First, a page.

People at the highest risk of type 2 diabetes should be given intensive exercise and weight loss help by the NHS, NICE has recommended.
Healthcare professionals, from GPs to community nurses and pharmacists, should refer people with elevated blood sugars to exercise classes and nutrition courses, NICE has said in updated guidance. Lifestyle-change programmes, such as NHS England and Public Health England (PHE)’s ‘Healthier You: NHS Diabetes Prevention Programme’, provide personalised help for patients to change their diet and increase their physical activity.
NICE has identified 1.7 million people as having the highest risk of developing type 2 diabetes, and recommends that GPs should see specific groups of patients for a diabetes risk assessment.
National Institute for Health and Care Excellence (NICE) has issued an updated guideline on assessment, management, monitoring and inpatient care of patients with eating disorders across all age groups.
Individuals with eating disorders should receive assessment and treatment at the earliest opportunity.
All individuals should have equal access to treatments irrespective of their demographic, socioeconomic and health status.
GPs should immediately refer patients with suspected eating disorder to a community-based, age-appropriate eating disorder service.
Patients with anorexia nervosa, binge eating disorder, bulimia nervosa and other specified feeding and eating disorders should receive appropriate pharmacological and psychological therapies outlined in the guideline.
This guideline updates and replaces NICE guideline CG9 (January 2004).
This quality standard covers interventions to maintain and improve the mental wellbeing and independence of people aged 65 or older, and how to identify those at risk of a decline. It describes high-quality care in priority areas for improvement. It does not cover the mental wellbeing and independence of people who live in a care home or attend one on a day-only basis.
Hamilton, I. Mental Elf Blog | Published online: 25 November 2016
2007 was the last time the National Institute for Health and Clinical Excellence (NICE, 2007) published guidance on psychosocial interventions for substance misuse.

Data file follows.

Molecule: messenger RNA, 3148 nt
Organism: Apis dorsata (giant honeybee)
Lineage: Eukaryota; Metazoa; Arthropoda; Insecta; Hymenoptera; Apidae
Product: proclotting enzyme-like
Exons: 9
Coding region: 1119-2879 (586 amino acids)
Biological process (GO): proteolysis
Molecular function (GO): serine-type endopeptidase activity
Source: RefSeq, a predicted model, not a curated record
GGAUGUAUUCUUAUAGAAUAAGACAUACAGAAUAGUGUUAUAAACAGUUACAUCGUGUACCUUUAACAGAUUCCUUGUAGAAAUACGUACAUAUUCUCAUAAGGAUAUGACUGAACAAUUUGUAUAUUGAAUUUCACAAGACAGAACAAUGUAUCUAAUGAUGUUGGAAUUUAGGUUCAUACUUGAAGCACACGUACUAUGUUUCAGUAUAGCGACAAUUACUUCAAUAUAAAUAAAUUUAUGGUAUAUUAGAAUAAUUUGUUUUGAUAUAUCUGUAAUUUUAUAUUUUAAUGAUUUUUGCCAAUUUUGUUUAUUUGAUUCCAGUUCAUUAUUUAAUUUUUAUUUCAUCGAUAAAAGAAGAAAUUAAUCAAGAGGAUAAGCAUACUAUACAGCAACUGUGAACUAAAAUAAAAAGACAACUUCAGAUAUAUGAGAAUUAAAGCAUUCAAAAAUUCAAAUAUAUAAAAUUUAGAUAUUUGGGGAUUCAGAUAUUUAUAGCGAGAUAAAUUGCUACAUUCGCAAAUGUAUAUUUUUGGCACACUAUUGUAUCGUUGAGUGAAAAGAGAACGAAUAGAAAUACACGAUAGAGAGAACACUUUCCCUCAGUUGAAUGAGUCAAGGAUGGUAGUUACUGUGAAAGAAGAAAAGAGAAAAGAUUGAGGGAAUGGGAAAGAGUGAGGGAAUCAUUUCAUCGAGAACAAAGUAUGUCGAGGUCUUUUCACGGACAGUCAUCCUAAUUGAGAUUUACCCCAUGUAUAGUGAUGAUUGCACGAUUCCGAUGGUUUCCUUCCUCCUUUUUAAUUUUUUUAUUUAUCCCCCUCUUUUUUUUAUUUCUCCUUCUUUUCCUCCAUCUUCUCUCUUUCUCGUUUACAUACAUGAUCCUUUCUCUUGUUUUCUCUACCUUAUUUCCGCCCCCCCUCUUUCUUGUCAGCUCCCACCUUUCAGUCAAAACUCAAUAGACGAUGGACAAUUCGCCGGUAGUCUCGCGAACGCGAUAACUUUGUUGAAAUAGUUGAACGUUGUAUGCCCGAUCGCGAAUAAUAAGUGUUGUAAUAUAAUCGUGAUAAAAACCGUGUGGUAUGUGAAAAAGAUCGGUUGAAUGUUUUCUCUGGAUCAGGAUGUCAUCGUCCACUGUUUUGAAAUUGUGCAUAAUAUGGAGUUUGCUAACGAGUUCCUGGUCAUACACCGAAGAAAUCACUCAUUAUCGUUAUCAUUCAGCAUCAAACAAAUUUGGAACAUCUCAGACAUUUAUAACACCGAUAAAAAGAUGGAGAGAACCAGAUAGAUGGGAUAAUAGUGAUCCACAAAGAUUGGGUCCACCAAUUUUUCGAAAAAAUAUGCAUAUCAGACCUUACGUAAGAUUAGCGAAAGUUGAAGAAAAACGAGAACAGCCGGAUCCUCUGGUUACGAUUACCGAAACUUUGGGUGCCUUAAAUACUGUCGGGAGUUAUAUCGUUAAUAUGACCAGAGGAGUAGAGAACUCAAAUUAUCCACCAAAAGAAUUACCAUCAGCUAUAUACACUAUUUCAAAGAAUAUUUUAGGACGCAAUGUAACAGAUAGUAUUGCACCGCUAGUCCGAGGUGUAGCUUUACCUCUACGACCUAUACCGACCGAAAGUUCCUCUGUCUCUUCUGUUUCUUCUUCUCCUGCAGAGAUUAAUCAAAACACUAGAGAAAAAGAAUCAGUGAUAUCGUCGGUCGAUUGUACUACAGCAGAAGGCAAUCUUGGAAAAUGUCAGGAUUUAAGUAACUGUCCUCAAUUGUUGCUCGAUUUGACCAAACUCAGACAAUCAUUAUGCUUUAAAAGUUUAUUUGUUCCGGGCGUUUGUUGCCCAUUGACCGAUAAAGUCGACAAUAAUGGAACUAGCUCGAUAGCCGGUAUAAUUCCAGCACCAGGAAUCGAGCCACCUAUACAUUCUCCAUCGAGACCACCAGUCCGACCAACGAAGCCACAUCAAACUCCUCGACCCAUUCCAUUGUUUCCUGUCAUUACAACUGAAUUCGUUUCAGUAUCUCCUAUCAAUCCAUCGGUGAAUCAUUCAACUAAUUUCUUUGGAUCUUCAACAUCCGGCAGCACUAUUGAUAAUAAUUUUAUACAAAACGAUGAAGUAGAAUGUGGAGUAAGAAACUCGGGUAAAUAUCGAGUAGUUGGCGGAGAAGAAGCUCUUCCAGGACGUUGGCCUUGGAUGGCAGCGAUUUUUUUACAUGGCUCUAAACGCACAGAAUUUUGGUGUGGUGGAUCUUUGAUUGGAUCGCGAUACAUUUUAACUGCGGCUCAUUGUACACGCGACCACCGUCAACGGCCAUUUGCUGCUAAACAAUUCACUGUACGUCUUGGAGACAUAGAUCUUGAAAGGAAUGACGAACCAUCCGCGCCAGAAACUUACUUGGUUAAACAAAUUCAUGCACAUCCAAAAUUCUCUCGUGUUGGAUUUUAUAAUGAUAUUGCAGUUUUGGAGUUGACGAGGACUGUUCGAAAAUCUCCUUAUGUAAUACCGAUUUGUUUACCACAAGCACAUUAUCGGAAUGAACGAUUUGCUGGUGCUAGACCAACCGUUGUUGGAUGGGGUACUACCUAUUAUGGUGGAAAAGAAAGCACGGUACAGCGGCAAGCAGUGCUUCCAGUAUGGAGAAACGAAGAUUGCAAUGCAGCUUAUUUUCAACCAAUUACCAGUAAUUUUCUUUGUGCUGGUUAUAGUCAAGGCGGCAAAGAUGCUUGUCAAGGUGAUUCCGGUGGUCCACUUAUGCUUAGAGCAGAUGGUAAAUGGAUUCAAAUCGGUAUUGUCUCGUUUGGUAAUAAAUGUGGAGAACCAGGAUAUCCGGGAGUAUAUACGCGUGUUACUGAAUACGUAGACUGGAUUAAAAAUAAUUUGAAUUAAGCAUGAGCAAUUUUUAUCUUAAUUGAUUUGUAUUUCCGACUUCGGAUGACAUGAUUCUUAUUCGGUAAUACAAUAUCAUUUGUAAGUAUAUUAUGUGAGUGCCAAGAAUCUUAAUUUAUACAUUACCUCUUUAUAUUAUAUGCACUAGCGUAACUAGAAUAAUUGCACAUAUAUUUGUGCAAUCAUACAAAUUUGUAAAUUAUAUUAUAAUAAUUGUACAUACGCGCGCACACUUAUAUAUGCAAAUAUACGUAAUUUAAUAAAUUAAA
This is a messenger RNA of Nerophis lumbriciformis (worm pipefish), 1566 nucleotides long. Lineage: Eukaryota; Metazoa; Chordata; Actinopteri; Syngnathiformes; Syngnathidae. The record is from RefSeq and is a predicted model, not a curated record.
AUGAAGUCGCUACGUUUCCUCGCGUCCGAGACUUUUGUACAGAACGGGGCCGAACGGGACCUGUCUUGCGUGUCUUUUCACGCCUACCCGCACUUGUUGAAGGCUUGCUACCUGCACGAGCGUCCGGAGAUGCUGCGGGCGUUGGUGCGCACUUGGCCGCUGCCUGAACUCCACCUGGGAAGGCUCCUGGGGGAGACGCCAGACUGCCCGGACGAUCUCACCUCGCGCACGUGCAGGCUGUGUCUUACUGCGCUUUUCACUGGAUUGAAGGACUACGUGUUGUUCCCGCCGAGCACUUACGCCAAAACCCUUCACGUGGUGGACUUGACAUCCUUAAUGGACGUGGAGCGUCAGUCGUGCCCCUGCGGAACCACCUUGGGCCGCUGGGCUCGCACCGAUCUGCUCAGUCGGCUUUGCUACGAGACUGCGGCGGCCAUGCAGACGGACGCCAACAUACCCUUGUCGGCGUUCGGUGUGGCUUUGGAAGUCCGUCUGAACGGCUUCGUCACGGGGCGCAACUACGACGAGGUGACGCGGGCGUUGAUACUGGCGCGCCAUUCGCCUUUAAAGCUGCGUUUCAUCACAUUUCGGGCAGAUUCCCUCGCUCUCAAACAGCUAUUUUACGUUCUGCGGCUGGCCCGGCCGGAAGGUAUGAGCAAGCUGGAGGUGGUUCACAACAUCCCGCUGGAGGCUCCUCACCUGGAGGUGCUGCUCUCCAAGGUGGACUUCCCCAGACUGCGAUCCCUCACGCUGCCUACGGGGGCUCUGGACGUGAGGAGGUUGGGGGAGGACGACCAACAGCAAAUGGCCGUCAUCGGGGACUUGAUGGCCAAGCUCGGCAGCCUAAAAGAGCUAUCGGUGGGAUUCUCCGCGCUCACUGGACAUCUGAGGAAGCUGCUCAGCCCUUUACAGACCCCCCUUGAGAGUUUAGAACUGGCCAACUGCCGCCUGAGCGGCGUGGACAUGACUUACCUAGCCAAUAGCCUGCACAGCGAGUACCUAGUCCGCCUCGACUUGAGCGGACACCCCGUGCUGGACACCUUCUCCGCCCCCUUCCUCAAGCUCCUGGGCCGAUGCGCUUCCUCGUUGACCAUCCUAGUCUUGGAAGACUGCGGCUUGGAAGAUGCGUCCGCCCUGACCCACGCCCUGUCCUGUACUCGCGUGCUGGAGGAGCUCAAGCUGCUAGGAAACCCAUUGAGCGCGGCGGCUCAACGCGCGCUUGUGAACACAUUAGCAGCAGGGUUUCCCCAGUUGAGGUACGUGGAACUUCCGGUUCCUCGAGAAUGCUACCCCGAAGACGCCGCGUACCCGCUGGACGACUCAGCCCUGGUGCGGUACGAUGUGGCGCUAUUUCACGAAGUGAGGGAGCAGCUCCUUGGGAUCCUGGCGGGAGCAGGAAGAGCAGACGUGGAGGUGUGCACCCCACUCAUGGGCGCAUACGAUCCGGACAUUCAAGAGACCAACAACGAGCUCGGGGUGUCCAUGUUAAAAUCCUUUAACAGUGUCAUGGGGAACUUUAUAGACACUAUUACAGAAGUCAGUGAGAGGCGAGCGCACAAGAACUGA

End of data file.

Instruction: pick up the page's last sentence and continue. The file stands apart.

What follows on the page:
A recent review by the NICE project team concluded that:
So is guidance published a decade ago fit for purpose in 2016? First it’s important to consider what’s happened with drug use and which drugs people have developed problems with. Back in 2007, opiates such as heroin accounted for the majority of new treatment presentations, but since then cannabis has become the main drug that people present with.
Summary: When reviewing their guidance, the teams at NICE invite individuals and organisations to submit comments and evidence. The consultation for this review attracted only two stakeholder contributions, but one notable stakeholder did disagree with the NICE decision not to update the guidance: Public Health England.
The overall lack of engagement with NICE on its consultation could be a reflection on the state of the treatment sector. Most drug treatment providers and the specialist staff working in them are subject to frequent retendering exercises. The sector has faced savage cuts in the last decade which have resulted in a rapid turnover of providers and staff. An environment that doesn’t lend itself to engaging with NICE on treatment guidance when survival is the priority.
This guideline covers the diagnosis and management of type 1 and type 2 diabetes in children and young people aged under 18. It has been amended to add information to recommendations 1.2.115 and 1.3.52 on when eye screening should begin and referral for eye screening should happen.
Related: NICE Pathway – Diabetes in children and young people
This guideline covers children and young people who display harmful sexual behaviour, including those on remand or serving community or custodial sentences. It aims to ensure these problems don’t escalate and possibly lead to them being charged with a sexual offence. It also aims to ensure no-one is unnecessarily referred to specialist services.
‘Young people’ refers mainly to those aged 10 to 18 but also includes people up to 25 with special educational needs or a disability.
This guideline does not discuss people who have experienced sexual abuse. NICE will publish a guideline on child abuse and neglect in September 2017.
Since January, NICE has also published several quality standards with relevance to public health. Quality standards are derived from guidance and designed to provide a clear focus on areas of improvement. Each standard has an average of five statements, selected to be measureable and therefore to assist in monitoring progress at a local level.
Quality standards are important in giving clarity to those commissioning or providing services—and those using them—about what high-quality public health should look like, and in supporting integration across health, public health and social care.